Same-sex marriage and the power of the wedding photographer

Opponents of same-sex marriage are worried that a picture of a same-sex couple getting married will have the same influence as this picture.

Dorothea Lange / Library of Congress

That’s at the heart of a news story today that otherwise had nothing to do with the art of Dorothea Lange.

Today, the U.S. Supreme Court declined to hear the case of a New Mexico photographer who refused the job of photographing a same-sex commitment ceremony. You may recall in the Legislature’s debate about same-sex marriage, the mythical wedding photographer who would be forced to take pictures against her will was a common theme.

Elaine Huguenin is that photographer and her case is the first to reach the Supreme Court, which wanted nothing to do with it. It rejected the case without comment.

That leaves the New Mexico Supreme Court decision intact. It held that business owners do not have a constitutional right to be free from compelled speech because they create expression for paying customers.

But although it declined to hear the case, the justices of the U.S. Supreme Court got a look at the arguments by way of filings to convince them to take the case on.

The attorney for Huguein argued the decision strips away First Amendment freedoms for all “creators of expression.”

Such disregard for the constitutional rights of these professionals threatens to drive them from the marketplace. Not only would that limit the expressive options available to the public, it would cost these individuals their livelihoods. Whether the First Amendment permits this result is a question that warrants this Court’s review.

Vanessa Willock, the woman who tried to hire Huguein responded in her brief:

Moreover, when the Company sells its goods and services to the general public, it is not a private actor engaged in the expression of its own message. Customers do not pay for the privilege of facilitating the Company’s message. Customers pay to have their own event memorialized. The Company does bring creative skill to the goods and services it provides.

That is why it is able to charge a fee. But customers pay for services and products that are tailored to the customers’ needs. The same would be true for a graphic design company or a website specialist. All are businesses that charge for their creative expertise.None charges customers for the privilege of facilitating the companies own views.

And there’s the question: Is a wedding picture an artistic expression carrying a message from the photographer. Or is it just something the customers ordered?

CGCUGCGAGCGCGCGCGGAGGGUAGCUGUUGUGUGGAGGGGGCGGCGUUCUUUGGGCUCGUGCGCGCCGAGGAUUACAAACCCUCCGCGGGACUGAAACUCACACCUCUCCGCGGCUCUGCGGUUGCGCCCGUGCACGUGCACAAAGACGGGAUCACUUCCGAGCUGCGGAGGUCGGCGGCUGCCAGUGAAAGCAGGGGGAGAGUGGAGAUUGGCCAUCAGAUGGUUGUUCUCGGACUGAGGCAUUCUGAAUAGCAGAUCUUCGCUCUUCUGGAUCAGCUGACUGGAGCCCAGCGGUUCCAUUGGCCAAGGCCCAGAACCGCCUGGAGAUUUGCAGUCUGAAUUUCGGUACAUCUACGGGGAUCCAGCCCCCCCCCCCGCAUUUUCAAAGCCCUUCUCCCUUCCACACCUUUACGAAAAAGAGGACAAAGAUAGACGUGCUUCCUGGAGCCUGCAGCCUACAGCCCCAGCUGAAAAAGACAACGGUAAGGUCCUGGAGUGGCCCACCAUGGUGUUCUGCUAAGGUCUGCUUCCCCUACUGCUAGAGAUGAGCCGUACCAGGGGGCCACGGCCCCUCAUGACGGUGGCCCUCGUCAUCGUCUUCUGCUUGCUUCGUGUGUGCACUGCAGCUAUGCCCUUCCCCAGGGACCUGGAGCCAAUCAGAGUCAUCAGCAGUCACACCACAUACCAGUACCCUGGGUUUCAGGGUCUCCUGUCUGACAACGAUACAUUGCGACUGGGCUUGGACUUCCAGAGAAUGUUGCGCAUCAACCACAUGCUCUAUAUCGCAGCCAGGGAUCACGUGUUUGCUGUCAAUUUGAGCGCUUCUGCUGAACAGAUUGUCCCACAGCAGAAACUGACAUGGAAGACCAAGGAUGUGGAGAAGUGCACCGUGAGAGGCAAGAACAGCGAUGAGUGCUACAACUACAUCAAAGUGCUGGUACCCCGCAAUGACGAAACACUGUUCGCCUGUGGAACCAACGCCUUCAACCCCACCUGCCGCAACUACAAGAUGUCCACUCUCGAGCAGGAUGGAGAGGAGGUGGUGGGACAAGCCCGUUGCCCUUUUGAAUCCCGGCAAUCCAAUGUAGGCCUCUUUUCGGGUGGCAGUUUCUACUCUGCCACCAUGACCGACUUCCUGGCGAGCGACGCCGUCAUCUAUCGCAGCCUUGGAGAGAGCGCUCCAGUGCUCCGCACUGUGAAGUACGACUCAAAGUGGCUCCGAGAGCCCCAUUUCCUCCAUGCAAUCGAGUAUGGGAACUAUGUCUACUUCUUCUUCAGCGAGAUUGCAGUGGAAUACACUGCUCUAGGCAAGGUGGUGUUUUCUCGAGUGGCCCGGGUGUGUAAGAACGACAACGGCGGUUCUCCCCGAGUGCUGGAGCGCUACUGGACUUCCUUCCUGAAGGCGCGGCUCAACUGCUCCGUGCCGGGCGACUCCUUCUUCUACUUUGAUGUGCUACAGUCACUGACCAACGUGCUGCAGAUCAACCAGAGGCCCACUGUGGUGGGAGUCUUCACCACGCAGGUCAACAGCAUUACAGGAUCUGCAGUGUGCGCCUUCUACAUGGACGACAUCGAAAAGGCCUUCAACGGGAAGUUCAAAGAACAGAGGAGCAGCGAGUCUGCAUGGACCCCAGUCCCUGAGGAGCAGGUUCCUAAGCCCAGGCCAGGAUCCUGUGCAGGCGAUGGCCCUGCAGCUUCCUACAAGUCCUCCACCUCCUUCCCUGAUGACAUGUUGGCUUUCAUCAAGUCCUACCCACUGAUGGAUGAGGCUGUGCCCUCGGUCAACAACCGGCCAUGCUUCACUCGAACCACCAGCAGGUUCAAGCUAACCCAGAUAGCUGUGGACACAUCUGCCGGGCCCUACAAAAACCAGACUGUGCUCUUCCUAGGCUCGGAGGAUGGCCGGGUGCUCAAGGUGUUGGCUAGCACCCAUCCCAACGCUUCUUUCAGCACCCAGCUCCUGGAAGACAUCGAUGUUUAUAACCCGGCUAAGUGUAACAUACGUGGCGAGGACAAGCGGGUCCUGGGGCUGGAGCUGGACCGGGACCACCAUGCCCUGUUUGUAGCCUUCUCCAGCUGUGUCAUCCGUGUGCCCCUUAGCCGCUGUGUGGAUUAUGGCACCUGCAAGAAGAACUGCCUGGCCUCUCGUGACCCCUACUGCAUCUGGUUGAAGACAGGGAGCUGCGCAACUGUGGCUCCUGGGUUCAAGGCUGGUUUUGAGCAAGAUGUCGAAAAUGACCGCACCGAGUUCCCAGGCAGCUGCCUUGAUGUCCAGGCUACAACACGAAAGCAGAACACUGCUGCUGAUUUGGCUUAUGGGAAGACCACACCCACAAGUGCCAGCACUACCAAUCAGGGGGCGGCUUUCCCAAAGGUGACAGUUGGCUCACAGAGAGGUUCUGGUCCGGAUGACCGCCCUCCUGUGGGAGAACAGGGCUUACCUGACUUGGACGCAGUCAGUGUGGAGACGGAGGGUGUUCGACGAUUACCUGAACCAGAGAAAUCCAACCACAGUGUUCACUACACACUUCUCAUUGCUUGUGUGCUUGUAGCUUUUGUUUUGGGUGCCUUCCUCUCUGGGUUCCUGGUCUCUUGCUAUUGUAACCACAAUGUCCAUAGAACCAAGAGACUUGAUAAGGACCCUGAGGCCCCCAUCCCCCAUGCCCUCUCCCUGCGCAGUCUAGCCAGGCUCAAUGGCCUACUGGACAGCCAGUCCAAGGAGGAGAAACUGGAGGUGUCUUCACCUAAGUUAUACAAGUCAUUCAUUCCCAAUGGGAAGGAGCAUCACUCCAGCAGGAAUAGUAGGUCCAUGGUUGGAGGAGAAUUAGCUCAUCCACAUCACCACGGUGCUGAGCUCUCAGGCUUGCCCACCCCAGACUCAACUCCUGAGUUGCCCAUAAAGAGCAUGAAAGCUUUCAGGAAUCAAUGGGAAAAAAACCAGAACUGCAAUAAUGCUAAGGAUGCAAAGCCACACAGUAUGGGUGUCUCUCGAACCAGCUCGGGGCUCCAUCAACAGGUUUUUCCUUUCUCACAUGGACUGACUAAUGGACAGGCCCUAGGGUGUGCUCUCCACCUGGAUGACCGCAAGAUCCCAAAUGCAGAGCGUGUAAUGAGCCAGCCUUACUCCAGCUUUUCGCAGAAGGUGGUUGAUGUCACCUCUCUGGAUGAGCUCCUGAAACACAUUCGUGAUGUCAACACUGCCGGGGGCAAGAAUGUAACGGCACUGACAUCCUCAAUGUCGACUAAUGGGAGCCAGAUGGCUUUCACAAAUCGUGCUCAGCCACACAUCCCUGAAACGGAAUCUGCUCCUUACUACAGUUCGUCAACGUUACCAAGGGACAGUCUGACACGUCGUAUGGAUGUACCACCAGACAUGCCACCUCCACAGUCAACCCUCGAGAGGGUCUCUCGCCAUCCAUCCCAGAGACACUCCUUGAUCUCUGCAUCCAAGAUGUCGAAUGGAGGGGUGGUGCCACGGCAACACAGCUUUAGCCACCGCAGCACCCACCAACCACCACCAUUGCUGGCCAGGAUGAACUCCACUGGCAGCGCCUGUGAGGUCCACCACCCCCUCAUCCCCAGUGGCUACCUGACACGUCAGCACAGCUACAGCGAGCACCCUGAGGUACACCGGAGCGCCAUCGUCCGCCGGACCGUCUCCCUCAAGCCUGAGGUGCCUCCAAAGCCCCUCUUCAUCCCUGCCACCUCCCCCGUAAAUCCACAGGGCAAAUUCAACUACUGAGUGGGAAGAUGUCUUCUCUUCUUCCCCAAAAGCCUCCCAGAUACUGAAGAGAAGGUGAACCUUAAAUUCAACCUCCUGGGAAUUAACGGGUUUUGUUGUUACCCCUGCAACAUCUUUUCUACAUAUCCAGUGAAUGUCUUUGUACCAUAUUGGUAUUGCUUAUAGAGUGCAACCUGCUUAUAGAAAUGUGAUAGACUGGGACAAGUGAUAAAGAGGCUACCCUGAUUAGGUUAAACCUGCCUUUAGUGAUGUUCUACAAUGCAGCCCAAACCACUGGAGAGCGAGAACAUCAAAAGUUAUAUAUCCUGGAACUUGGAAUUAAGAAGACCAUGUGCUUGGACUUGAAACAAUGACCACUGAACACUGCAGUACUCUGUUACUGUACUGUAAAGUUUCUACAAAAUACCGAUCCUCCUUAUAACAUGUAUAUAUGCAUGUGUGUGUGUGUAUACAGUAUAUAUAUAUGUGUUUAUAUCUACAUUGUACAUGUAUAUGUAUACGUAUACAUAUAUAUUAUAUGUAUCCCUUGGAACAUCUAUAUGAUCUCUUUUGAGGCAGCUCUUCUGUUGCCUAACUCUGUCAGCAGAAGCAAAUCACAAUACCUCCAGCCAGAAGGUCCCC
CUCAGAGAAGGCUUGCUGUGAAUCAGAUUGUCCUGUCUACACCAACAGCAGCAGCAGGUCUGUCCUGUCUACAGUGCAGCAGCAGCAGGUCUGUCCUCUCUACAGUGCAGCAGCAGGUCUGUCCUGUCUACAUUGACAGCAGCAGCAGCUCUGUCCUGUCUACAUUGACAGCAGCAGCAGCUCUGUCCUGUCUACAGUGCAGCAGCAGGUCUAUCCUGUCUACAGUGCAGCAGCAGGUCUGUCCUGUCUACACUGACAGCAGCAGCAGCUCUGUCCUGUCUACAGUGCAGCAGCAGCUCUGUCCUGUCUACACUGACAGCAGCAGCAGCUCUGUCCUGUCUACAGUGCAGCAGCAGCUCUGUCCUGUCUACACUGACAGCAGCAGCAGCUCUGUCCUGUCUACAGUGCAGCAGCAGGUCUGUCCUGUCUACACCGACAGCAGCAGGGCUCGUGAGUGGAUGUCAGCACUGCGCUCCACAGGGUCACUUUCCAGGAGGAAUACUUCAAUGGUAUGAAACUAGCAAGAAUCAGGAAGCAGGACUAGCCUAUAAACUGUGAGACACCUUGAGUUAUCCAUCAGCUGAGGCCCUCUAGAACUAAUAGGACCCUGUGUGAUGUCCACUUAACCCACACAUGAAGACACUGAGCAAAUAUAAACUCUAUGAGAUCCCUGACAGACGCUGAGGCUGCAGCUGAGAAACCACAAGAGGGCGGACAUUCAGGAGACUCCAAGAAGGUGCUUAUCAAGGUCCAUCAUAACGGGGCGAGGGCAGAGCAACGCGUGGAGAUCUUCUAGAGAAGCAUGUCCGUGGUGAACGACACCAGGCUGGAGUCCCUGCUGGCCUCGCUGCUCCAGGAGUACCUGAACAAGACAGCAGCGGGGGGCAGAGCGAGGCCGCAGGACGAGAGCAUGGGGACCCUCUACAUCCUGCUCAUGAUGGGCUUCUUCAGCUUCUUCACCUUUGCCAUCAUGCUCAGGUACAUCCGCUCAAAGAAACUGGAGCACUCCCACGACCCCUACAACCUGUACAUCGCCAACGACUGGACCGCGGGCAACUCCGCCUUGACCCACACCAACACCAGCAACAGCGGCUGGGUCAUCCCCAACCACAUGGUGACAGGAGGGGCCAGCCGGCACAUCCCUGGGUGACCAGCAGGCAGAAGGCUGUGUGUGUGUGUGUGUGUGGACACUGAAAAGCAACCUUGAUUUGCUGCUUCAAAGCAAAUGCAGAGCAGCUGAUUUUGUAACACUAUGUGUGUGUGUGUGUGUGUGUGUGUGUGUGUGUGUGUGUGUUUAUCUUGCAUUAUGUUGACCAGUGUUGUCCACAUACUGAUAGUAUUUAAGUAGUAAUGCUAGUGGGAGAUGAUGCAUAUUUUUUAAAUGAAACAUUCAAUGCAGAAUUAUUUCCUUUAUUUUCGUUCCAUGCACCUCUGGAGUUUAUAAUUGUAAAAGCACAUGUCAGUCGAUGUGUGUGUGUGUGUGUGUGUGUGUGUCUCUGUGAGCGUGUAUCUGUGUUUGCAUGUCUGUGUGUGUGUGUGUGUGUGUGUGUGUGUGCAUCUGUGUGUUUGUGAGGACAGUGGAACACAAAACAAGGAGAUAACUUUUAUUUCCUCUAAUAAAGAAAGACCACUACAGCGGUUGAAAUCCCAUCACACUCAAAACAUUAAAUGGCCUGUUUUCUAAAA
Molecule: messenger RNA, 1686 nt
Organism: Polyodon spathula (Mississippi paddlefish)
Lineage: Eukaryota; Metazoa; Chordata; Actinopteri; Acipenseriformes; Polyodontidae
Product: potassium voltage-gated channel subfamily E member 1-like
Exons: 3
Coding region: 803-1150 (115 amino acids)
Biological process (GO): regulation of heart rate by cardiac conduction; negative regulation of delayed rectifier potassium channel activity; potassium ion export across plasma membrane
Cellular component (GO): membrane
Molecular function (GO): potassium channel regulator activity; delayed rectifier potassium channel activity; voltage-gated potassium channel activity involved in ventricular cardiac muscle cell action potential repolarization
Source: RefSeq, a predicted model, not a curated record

A group of wedding photographers also filed a brief in support of Huguein, and included iconic images of the girl running naked from a napalm attack in Vietnam, Mike Jordan dunking a basketball, and a man standing up to a tank in Tiananmen Square in China, and the famous Alfred Eisenstadt photo of a sailor kissing a nurse in Times Square at the end of World War II, all to make a point that photography is expression.

In addition to the artistic communication of a message, the finished product has the potential to be a “molder of opinion.” Specifically, images utilized in photojournalism may have “more influence on public thinking and opinion than any other branch of photography.” Dorothea Lange recognized this fact when, during the depression, she photographed the “breadlines of the homeless and unemployed . . . so that others might feel the compassion she so deeply felt.” Indeed, it cannot reasonably be debated that certain images—such as those included below—have
captured world events with a clarity and intensity that words cannot match.

The New Mexico Supreme Court’s proposed solution—that photographers such as Elane Photography can effectively offset any expression they are compelled to make by posting a disclaimer— gives no regard to the weightiness of a photograph and the indelible mark it leaves on those who view it.

Eugene Volokh, the UCLA professor and legal blogger, agreed in his brief:

Moreover, the photographs at a wedding must implicitly express a particular viewpoint: Wedding photographers are hired to create images that convey the idea that the wedding is a beautiful, praiseworthy, even holy event. Mandating that someone make such expressive decisions, and create photographs that depict as sacred that which she views as profane, jeopardizes the person’s “freedom of mind” at least as much as would mandating that she display on her license plate “Live Free or Die” or “Land of Enchantment.”

Eight other states also supported the idea of the Supreme Court hearing the case.

By rejecting to do so, the Supreme Court appears to have sent a message to wedding photographers (at least in New Mexico) for now: “Just take the picture.”